Choosing the best qPCR probe chemistry for your assay

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Time to read:   3 minute read

Updated : Thu, July 28, 2022 @ 3:15 PM

Originally published : Thu, Jul 28, 2022 @ 10:15 AM

Let the application be your guide when deciding between LNA, MGB and BHQplus 

The many different chemistries available for qPCR probes give scientists a wealth of options during assay development. Locked nucleic acids (LNAs), minor groove binders (MGBs) and BHQplus™ probes all enhance duplex stability, which can help give your assay a high signal-to-noise ratio while keeping the oligo-length fairly compact. They are also better able to accommodate challenging targets like A-T rich sequences. But the unique chemistry of each probe type means that you’ll get the best assay performance – signal-to-noise ratio, limit of detection (LOD), etc. – when you match the probe type to the application.

 

MGB probes work well for detecting SNPs and difficult gene expression targets

 

What is an MGB probe?

MGB probes are typically 8-30 bases in length, with a fluorophore on the 5′ end and a quencher on the 3′ end. The 3′ end is also attached to a chemical moiety – the MGB – that non-covalently binds to the minor groove of double stranded DNA.

How do MGB probes work?

With an MGB probe, the binding of the MGB to the minor groove of the probe-target structure enhances the stability of the duplex.

 

MGB_probe_with_EDQ_illustration

 

 

 

 

Figure 1. MGB probes are dual-labelled 5′ hydrolysis probes consisting of a 5′ fluorescent reporter dye and a 3′ Eclipse Dark Quencher (EDQ), conjugated to an MGB moiety.

 

What applications are MGB probes best for? When should you use an MGB probe?

Because the MGB is attached to the end of the oligo, it is easy to design – simply use the oligo sequence complementary to your target region. This makes MGB probes ideal for detecting SNPs and difficult gene expression targets such as sequences rich in A-T content.

However, while the design may be simple, the melting temperature (Tm) cannot be fine tuned.


LGC Biosearch Technologies now offers MGB probes

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LNA probes are a great choice for applications requiring high specificity and sensitivity

 

What is an LNA?

LNAs, also known as bridged nucleic acids, are modified bases where the 2′ oxygen and 4′ carbon of the sugar are covalently joined with a methylene bridge.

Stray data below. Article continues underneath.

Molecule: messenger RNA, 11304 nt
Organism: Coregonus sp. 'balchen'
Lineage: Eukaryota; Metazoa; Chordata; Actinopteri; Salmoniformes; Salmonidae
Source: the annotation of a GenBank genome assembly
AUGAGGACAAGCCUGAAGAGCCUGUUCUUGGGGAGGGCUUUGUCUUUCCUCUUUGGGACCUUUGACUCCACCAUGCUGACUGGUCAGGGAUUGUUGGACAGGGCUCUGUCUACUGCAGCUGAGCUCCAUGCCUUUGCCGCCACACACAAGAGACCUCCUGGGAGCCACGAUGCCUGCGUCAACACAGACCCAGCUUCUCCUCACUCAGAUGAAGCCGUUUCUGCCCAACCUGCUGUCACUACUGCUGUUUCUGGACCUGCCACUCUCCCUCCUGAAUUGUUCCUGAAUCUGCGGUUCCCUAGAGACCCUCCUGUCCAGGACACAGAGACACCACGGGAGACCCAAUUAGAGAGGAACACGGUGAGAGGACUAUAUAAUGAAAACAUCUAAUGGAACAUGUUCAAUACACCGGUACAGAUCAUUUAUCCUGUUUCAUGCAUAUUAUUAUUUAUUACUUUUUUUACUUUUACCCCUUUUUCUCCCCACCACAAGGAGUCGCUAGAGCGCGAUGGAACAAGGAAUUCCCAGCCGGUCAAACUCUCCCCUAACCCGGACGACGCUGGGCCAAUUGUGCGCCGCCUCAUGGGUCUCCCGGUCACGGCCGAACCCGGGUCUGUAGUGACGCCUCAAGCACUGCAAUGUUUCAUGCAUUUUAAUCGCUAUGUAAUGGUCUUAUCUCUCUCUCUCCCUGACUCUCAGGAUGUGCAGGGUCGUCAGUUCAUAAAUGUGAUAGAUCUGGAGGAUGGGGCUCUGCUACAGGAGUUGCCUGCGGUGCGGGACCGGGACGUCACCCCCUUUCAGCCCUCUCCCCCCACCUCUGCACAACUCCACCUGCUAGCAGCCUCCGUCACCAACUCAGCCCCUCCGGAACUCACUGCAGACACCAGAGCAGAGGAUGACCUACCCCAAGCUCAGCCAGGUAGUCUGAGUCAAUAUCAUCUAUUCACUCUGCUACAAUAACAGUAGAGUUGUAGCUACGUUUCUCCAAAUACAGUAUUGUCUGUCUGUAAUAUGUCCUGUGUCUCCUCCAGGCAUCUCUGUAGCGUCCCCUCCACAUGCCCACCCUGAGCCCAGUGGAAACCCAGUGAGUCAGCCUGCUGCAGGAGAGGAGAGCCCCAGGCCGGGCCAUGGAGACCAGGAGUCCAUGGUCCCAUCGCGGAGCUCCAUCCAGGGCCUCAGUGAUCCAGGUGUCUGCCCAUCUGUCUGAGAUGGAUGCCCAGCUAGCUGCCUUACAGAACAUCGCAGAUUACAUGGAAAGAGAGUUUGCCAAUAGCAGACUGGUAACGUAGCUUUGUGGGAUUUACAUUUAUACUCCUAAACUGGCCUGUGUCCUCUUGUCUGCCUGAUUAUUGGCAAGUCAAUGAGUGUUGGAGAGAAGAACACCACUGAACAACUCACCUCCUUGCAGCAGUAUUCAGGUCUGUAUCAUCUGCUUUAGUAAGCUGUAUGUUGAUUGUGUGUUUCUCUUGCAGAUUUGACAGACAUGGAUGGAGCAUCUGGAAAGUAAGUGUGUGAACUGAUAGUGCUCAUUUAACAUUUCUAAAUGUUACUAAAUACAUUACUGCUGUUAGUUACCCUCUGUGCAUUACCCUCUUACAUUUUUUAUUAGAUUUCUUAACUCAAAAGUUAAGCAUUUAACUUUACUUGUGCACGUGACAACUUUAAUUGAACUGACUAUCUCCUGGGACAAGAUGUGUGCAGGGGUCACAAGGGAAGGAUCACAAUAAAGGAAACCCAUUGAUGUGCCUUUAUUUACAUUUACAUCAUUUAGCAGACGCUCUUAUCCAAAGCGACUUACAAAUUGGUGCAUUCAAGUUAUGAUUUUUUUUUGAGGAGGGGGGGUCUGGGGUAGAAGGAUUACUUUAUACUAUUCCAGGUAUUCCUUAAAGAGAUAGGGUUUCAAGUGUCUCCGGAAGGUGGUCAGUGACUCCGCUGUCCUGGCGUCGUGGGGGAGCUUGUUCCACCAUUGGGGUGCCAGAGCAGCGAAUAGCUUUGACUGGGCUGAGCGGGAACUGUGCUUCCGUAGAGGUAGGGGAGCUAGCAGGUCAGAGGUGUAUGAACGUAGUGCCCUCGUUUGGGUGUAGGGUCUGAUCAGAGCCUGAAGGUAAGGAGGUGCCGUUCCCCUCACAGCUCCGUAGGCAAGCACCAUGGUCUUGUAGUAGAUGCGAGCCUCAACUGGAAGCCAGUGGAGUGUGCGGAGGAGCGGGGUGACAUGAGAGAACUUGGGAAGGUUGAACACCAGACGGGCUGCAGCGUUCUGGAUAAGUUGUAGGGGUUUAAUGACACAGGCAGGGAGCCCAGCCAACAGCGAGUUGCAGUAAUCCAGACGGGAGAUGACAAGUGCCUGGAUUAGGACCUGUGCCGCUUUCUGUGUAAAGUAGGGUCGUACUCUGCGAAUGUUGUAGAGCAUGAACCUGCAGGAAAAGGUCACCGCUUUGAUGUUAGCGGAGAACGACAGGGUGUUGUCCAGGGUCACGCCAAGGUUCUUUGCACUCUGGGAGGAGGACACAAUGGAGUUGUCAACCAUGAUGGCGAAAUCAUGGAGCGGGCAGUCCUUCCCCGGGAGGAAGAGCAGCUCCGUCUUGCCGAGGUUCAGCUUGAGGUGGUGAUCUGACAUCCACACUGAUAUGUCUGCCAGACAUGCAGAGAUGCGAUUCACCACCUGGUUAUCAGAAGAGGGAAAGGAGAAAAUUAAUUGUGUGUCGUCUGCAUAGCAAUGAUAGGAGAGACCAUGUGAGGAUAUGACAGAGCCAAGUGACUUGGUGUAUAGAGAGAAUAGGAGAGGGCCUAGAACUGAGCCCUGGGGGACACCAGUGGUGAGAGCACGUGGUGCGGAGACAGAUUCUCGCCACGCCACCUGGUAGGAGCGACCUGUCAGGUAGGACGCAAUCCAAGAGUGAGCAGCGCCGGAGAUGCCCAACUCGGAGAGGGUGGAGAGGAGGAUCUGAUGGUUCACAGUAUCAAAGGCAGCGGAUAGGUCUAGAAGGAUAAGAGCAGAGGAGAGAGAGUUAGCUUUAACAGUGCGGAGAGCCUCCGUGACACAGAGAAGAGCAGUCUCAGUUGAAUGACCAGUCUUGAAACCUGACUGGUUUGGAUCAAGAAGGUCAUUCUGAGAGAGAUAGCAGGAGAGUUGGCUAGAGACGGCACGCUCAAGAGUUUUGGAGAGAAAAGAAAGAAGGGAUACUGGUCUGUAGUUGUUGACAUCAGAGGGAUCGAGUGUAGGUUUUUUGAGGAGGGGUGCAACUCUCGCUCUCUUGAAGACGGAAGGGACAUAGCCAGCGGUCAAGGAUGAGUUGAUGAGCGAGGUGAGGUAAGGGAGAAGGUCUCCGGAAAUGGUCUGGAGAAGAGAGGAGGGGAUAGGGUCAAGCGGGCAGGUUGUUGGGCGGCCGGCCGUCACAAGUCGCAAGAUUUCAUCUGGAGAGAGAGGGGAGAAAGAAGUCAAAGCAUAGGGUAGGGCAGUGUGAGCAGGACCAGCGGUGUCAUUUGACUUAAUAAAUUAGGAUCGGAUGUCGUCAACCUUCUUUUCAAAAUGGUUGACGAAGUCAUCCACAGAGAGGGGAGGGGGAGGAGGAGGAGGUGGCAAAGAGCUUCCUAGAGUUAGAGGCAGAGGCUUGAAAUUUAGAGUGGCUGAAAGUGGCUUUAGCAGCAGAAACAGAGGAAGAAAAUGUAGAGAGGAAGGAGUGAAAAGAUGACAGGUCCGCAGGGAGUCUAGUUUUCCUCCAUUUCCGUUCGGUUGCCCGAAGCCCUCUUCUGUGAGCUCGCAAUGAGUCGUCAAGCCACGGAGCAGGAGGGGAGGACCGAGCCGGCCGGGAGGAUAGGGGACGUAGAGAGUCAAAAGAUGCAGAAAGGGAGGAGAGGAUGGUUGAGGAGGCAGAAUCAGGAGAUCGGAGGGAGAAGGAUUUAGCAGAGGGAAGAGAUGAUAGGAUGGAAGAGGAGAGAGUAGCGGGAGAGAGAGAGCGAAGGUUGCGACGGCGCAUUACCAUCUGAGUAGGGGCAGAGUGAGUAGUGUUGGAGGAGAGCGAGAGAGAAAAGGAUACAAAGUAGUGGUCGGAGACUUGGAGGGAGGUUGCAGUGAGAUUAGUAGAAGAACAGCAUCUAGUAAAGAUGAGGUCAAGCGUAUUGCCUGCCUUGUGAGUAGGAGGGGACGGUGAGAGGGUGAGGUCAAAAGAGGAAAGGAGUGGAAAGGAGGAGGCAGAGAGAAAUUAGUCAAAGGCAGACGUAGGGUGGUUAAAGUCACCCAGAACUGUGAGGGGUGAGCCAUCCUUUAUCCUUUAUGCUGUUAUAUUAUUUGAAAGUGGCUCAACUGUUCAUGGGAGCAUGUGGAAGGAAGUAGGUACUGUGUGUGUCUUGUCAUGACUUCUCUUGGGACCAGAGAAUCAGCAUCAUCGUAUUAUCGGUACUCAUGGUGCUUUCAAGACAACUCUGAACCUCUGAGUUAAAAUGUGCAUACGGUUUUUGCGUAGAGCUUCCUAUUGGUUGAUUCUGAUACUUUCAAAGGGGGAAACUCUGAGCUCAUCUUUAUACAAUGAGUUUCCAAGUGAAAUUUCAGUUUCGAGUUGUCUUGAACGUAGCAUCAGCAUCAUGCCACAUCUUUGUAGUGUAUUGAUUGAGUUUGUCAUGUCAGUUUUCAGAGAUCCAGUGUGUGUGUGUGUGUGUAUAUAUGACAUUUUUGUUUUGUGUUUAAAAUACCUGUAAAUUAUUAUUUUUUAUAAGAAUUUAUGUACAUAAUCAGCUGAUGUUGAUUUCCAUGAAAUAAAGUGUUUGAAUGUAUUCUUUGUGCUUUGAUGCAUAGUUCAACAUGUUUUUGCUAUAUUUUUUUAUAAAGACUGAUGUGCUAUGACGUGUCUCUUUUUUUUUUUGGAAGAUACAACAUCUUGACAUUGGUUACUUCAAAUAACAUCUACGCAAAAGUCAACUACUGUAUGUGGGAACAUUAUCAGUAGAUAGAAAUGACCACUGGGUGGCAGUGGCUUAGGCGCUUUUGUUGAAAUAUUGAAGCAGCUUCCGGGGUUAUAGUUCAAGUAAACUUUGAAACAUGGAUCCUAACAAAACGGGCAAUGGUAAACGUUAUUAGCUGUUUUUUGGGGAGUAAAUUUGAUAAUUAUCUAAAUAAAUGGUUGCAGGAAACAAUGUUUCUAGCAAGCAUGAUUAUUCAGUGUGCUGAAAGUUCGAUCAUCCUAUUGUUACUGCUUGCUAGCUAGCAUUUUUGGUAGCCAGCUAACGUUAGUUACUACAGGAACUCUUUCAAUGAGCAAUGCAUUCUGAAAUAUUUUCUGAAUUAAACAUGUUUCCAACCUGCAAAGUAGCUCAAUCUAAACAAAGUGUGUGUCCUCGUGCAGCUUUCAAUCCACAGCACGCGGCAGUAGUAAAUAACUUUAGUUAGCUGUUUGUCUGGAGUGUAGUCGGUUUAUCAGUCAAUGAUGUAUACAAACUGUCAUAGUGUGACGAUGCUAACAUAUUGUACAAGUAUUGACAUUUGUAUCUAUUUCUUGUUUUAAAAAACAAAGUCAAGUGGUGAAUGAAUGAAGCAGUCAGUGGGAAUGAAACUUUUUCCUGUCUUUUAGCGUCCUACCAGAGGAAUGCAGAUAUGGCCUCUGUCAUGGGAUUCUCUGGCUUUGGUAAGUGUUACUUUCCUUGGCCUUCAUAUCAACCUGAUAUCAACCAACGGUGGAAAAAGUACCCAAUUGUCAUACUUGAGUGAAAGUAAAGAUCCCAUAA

A

Unmodified DNA

B

Locked nucleid acid - LNA

 

Figure 2. A diagram of A) an unmodified nucleotide and B) a locked nucleic acid modification.

 

How do probes containing LNAs work?

When one or more LNAs are used in place of an unmodified monomer, the stability of the probe-target duplex is enhanced. 

The amount of duplex stabilisation depends on a number of factors, including how many LNAs are used and the position of the LNA(s) within the probe. Because of this, you can fine tune the design of your LNA probe to achieve your desired levels of specificity and stability.

 

What applications are LNA probes best for? When should you use an LNA probe?

While slightly more complicated to design than an MGB probe and requiring iterations of testing to fine-tune performance and Tm, LNA probes can deliver better specificity and discrimination against non-target sequences. 

They are ideal for applications where high specificity is needed.

 

 

Interested in LNA-enhanced primers for SYBR Green Assays? In addition to offering LNA probes, Biosearch Technologies also synthesises custom oligos with internal LNA modifications.

 


Planning an LNA probe design project?

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BHQplus probes are an alternative option for applications requiring high specificity and sensitivity

 

What is a BHQplus probe?

Like LNA probes, BHQplus probes take advantage of chemically modified monomers to enhance the stability and specificity of the probe-target duplex. 

However, the proprietary chemistry used in BHQplus probes is different from LNAs, giving scientists another option for probe chemistry.

 

How do BHQplus probes work?

The chemical modifications on individual BHQplus monomers stabilises the probe-target duplex. This lets you design shorter probes that have enhanced sensitivity and specificity compared to a probe made with unmodified monomers.

 

BHQplus_probe

Figure 3. BHQplus probes use modified nucleotides to enhance stability. They are designed to be shorter (15-25 bases) to enhance specificity and improve mismatch discrimination.

 

What applications are BHQplus probes best for? When should you use a BHQplus probe?

Like LNA probes, BHQplus probes are great for applications that require high sensitivity and specificity. They offer an easier-to-design and more competitively priced alternative to LNA probe technology and are a good choice for when you don’t need to fine tune the probe performance.


Designing BHQplus probes?

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Choosing between great options for probe chemistry

While we’ve highlighted specific benefits that allow each probe chemistry to shine, there is a lot of overlap and you may wish to pilot each type of probe during assay development. 

Still unsure which probe is right for your assay? Try our decision tool.

 

A trusted oligo supplier

Whichever probe format you choose, Biosearch Technologies can meet your exact needs, offering more custom modifications than any other oligo supplier, all with competitive pricing. 

We have multi-site oligo manufacturing operations and unique vertical integration, meaning our chemical manufacturing labs produce most of the critical raw materials used in our own oligo synthesis. This ensures a steady and secure, high-quality supply chain.

 

Ready to learn more about the probe and primer technologies available from Biosearch Technologies?

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